USCIS Summer 2007 Application Surge: "How Is It Affecting You Now?" May 30, 2008
The following are questions from the teleconference and the answers received from USCIS.
1. I-140 Prolonged Processing Times -- One caller noted that the processing times for I-140s have not moved in the last year. What is the reason for the prolonged processing times for the I-140s?
2. Inconsistent Processing Times – A caller asked why the Vermont Service Center (VSC) is so far behind in processing the I-140 applications compared to the other service centers? Do service centers have different priorities?
3. Pre-adjudication -- Can USCIS provide further clarification on whether there is pre-adjudication of I-140s?
4. Medical Examination Requirement -- USCIS suspended the physical exam requirement during the surge and noted that it could be forwarded later upon request. When will the applicant be notified regarding the medical exam? What if the applicant travels and cannot respond timely?
5. AC21 Portability – A caller asked if USCIS will allow flexibility in AC21 portability because of the delays related to the surge?
6. Fingerprints Notices -- Several callers noted that they have not yet received fingerprint notices and are concerned that their case is further delayed. When should an applicant expect to receive a fingerprint notice?
7. Inconsistent Information with Customer Service Avenues -- One caller noted that he filed an I-140/I-485 petition with the Nebraska Service Center (NSC). The case was transferred to the VSC and later to the Texas Service Center (TSC). USCIS’ National Customer Service Center indicated that the case was at the VSC, but USCIS’ Case Status Online indicated that the case was at the TSC. The receipt notices for the I-140 and I-485 note different service centers. Does USCIS split up I-140 and I-485 petitions that are concurrently filed? How can the applicant find out where the case is actually being processed?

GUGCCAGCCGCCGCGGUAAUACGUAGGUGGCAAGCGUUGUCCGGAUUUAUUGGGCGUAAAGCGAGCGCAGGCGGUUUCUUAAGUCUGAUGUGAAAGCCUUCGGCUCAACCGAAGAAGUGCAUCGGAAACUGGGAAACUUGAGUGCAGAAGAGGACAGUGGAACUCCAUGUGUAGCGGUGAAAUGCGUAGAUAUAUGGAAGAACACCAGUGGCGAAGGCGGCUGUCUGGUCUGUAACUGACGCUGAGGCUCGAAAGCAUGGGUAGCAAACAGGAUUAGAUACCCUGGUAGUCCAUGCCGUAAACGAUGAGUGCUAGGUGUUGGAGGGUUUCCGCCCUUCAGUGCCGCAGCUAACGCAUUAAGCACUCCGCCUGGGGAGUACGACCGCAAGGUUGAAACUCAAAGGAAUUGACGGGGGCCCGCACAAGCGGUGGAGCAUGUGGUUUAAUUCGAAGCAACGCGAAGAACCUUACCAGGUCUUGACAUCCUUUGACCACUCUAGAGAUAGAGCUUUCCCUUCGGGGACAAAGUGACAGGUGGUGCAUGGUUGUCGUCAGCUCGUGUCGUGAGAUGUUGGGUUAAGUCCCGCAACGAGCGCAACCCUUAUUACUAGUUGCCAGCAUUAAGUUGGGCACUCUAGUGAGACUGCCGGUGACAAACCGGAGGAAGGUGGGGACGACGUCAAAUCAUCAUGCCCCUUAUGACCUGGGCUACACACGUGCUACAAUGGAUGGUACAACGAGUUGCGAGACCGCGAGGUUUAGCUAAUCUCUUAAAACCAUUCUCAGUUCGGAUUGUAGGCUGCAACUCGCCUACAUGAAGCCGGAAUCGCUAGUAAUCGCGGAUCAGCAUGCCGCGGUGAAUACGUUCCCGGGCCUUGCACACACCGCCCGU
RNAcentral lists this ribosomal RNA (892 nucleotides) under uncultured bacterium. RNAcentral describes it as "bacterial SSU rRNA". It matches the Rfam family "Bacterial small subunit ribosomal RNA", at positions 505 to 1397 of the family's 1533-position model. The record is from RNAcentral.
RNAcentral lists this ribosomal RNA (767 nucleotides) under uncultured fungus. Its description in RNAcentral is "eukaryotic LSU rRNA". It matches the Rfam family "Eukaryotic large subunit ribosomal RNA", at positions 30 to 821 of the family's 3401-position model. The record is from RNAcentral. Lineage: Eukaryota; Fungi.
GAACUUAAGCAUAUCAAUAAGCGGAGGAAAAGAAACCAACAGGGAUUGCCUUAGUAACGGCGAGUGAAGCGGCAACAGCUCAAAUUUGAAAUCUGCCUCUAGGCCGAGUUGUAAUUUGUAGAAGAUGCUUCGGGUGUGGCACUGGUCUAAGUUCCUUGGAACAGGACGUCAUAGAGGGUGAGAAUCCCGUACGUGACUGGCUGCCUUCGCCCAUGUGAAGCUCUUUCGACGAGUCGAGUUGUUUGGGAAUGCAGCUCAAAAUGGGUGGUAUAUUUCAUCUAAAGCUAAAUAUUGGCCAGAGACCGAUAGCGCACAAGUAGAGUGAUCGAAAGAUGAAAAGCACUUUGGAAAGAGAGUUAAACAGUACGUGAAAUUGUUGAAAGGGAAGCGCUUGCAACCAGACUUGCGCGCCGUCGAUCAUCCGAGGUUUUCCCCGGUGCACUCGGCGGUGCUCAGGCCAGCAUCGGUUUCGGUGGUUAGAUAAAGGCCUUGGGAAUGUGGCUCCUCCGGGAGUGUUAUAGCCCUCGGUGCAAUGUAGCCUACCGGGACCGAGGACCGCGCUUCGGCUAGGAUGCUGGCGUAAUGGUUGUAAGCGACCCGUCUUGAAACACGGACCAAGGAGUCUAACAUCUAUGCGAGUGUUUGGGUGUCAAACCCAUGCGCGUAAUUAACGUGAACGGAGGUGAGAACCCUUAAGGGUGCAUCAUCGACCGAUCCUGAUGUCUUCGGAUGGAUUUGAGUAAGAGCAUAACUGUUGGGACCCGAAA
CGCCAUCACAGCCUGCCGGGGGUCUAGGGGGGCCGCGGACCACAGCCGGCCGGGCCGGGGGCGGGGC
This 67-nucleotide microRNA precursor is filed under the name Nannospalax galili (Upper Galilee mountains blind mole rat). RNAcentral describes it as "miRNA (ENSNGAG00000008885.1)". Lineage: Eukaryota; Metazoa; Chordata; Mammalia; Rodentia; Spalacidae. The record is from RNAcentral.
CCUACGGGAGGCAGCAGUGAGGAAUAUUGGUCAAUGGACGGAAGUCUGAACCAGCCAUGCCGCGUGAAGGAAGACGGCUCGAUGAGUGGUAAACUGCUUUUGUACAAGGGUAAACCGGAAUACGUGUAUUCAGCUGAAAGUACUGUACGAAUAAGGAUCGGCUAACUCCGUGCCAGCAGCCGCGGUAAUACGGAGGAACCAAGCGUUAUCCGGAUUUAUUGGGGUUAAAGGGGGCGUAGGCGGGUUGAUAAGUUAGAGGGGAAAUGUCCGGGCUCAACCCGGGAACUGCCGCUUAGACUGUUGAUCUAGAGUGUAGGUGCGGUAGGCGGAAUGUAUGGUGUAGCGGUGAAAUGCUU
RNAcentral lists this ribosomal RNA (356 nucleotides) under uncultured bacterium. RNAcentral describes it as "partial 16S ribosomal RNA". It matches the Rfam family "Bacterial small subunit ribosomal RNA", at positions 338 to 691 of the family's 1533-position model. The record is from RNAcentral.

Note – Answers to other important questions asked during this call may be answered in connection with other Ombudsman teleconferences.
Questions Received Prior to the Call
1. Green Card Cases Pending Due to FBI Name Checks – The email indicated that earlier USCIS identified about 47,000 cases pending FBI security clearance for more than six months. The email asked if USCIS could confirm that those cases were adjusted accordingly by the respective service centers.
2. Joint USCIS FBI Press Release on Name Checks – The email noted that in an April 2, 2008 joint press release, “USCIS and FBI Release Joint Plan to Eliminate Backlog of FBI Name Checks,” certain milestones were established. The email asked if USCIS could describe the progress of these targets.
3. Transferred Cases – Can USCIS explain what is happening to cases that were transferred, for example, from the Nebraska Service Center to the Texas Service Center? One person emailed and said it appears that those cases have a lower priority for processing. Please clarify.
4. R-1 Extension – The email indicated that the individual filed Form I-129 for an R-1 extension last year in May and the visa expired in July. The question was how much longer to wait?
5. Posted Processing Times – The email indicated that the I-140 was pending more than 320 days even though USCIS’ posted processing times showed that the application already should have been processed. Are the processing times a real reflection of what is going on?
6. Tracking Case Status – The email asked how to track the status of an I-140 application if it is not listed on USCIS’ Case Status Online and the call center does not have any information?
7. Fingerprints -- Fingerprints are valid for 15 months and the Employment Authorization Document (EAD) is valid for one year. The email noted that requiring the applicant to obtain fingerprints for the EAD renewal leads to processing delays for the EAD and places an unnecessary burden on the applicant who may have to take off work. Why does USCIS require the applicant to obtain new fingerprints before they expire?